April 05, 2018

VSS Unity First Powered Flight

Today VSS Unity, the first SpaceShipTwo built by The Spaceship Company, took to the skies to successfully complete its first supersonic, rocket-powered flight. This flight milestone was the result of many years of extensive design, manufacturing, ground testing and flight testing activities at The Spaceship Company. Today’s flight starts the final phase of Unity’s flight test program before the vehicle is delivered to our sister company Virgin Galactic for commercial service.

VSS Unity benefits from all the data and lessons gathered from the test program of her Scaled Composites built predecessor, VSS Enterprise. Today’s flight saw an envelope expansion for the program as a whole in terms of rocket burn duration, speed and altitude achieved.

VSS Unity took off this morning into clear Mojave skies at 8:02 am with Virgin Galactic pilots Mark Stucky and Dave Mackay in the cockpit, attached to the WhiteKnightTwo carrier aircraft, VMS Eve, piloted today by Mike Masucci and Nicola Pecile.

The mated vehicles climbed to a launch altitude of around 46,500ft over the Sierra Nevada Mountains and while pointing back at Mojave, Eve executed a clean release of Unity. After a few seconds, Unity’s rocket motor was brought to life and the pilots aimed the spaceship upwards into an 80 degree climb, accelerating to Mach 1.87 during the 30 seconds of rocket burn. The hybrid (nitrous oxide / rubber compound) rocket motor, which was designed, built and tested by The Spaceship Company, powered Unity today through the transonic range and into supersonic flight for the first time.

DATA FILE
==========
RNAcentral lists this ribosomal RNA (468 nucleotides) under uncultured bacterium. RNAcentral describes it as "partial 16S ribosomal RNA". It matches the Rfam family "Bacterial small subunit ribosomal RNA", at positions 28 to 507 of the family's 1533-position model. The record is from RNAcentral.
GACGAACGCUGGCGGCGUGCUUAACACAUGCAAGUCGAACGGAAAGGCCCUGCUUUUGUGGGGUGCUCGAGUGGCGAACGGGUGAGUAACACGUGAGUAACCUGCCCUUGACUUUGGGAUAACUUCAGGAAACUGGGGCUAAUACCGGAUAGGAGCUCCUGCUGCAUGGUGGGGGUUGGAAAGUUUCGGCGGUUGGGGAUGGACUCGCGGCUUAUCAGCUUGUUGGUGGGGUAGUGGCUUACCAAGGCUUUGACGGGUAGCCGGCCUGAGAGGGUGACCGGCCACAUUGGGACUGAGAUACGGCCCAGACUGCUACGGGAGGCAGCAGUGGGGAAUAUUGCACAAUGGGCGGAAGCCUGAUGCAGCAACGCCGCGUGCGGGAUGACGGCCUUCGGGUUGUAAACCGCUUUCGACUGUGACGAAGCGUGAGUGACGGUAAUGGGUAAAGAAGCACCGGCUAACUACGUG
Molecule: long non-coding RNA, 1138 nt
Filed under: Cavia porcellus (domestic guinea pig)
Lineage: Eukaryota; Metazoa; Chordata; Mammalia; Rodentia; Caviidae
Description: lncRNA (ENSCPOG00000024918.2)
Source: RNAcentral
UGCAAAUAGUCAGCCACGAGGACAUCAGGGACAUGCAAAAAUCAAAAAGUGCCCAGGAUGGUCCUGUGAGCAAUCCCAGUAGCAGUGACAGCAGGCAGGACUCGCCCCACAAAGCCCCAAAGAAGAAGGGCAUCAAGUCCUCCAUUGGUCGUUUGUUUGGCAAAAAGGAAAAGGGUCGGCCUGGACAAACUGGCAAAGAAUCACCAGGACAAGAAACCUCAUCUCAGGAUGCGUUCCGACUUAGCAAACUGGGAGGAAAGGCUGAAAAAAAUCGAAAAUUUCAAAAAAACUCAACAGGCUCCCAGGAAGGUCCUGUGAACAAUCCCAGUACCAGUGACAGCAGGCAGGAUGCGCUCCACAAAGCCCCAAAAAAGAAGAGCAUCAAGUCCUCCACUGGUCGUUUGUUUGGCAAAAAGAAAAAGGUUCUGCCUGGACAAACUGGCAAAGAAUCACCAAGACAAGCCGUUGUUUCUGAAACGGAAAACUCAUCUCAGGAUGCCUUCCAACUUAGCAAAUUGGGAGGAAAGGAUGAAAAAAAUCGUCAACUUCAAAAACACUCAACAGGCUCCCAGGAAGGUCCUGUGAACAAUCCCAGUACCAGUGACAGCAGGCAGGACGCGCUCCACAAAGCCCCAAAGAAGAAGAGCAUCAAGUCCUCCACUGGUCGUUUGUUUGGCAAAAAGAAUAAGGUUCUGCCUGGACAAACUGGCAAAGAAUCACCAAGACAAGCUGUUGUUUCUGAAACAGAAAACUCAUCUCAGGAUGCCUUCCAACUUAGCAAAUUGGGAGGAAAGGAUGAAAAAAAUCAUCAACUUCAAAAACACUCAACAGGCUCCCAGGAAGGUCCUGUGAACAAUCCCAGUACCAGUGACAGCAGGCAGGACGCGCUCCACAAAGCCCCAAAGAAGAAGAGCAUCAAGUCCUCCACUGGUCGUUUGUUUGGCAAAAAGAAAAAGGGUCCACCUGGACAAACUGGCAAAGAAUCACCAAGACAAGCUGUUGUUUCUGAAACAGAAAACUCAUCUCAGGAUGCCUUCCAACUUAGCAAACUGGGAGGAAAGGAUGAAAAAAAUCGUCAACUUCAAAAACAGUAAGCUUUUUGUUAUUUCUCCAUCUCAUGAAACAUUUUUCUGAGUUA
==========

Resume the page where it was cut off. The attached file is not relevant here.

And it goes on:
On rocket shutdown, Unity continued an upwards coast to an apogee of 84,271 feet before readying for the downhill return. At this stage, the pilots raised the vehicle’s tail booms to a 60 degree angle to the fuselage, or into the ‘feathered’ configuration. This unique design feature, which is key to a reliable and repeatable re-entry capability for a winged vehicle, incorporates the additional safety mechanisms adopted after the 2014 VSS Enterprise test flight accident.

At around 50,000ft, the tail-booms were lowered again and, while jettisoning the remaining oxidizer, Unity turned towards Mojave for the glide home and a smooth runway landing.

The flight has generated valuable data on flight, motor and vehicle performance which our engineers will be reviewing.  It also marks a key moment for the test flight program, entering now the exciting phase of powered flight and the expansion to full duration rocket burns.  While we celebrate that achievement, the team remains focused on the challenging tasks which still lie ahead.

Congratulations to our teams at The Spaceship Company and Virgin Galactic for a job well done today – and in recognition of their pursuit to make the spaceflight dreams of many people around the world take flight and ultimately open space and change the world for good.

Please stay tuned to this site and our social media channels (Twitter, Facebook and LinkedIn) for more information as our flight testing program progresses.

For Press Inquiries, please email VirginGalacticPress@virgingalactic.com and for downloadable assets visit our Press FTP